The tour guide had explained this would likely happen, but on rare occasions, they would be allowed access to small groups. It seemed we had too many people in the group on this day. While we were there, the security did provide access to two other tourists that arrived as they were individuals. While it might be a rare occurrence, it can happen and may even be more likely in some countries.
The opposite can also be true at times where landmarks will give preferential access to tour groups. Primarily as a result of either pre-booking a time slot or booking a regular time slot.
I encountered this in Barcelona when trying to visit La Sagrada Familia. Unless you arrive very early in the morning or are part of a pre-booked tour, you will likely spend a lot of time waiting in line. That is unless you have pre-booked your ticket. But unless you had a chance to research in advance you may not even know about this.
The safety of yourself and potentially those you are travelling with can be a concern in some cities or countries. While I could not even begin to list which you may want to show caution in, as it can change. Staying safe is always a consideration.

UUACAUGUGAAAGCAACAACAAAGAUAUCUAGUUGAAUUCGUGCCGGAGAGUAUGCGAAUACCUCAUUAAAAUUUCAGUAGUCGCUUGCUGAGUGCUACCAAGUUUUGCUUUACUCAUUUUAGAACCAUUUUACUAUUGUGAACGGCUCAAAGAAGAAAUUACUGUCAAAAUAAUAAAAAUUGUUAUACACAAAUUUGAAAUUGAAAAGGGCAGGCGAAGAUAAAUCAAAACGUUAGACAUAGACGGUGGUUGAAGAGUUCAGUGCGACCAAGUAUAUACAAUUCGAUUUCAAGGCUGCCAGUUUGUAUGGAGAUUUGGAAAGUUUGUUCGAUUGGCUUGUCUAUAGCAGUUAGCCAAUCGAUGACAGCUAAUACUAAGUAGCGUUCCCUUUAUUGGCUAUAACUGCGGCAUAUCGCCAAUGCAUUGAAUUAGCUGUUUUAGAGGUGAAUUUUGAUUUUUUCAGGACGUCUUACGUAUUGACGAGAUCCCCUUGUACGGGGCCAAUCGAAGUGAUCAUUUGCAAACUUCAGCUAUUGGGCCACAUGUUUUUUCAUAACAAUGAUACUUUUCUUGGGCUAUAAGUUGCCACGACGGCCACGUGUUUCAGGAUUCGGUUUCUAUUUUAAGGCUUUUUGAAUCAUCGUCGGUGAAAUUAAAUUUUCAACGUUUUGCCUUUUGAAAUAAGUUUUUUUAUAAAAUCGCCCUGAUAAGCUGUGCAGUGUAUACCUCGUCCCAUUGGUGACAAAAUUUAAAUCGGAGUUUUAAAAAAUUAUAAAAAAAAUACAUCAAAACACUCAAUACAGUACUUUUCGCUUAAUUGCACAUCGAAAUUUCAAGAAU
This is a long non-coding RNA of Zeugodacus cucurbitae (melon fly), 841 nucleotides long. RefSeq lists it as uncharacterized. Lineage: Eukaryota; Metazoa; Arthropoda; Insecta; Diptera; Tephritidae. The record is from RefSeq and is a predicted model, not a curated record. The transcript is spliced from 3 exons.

There are even periods where a city that may be ordinarily safe is not safe. It is these times where an organised tour, while not removing all the risks, may help to improve your safety. Ultimately this is something you need to look at and consider in your circumstances. Just don’t take unnecessary risks.
Unfortunately when we are travelling time is not always on our side. There are times when we might visit a city for convenience, or as an unplanned side trip. In some cases, you may have a chance to explore in other situations you might want to see something while maximising your time.
There is also the consideration that a tour can save you a lot of time when travelling. On a tour, you are going to be taken from landmark to landmark in a time effective manner. If you are exploring on your own and taking public transport, this rarely takes the most direct and useful route for you.
One great example which I have already mentioned above is travelling by cruise ship. You often arrive in a city with just a few hours to see and explore. Some areas lend themselves to self-exploration in a small area. But in general if you want to see the highlights in the time you have a tour can be a great option.
Often when travelling, you may end up with a day or even just a few hours to fill in a city. Often if you do want to see something a tour can be a great way to do this. I had an overnight stop in Seoul, South Korea when flying to Europe; they offered some short evening tour options here.
One aspect of making this choice can be around how much you want to know vs. how much you want to research. When you are exploring on your own, there can be minimal information available in some cases. While with a tour, it might be a fixed set of information but the guide usually has local knowledge of the area.
Exploring On Your Own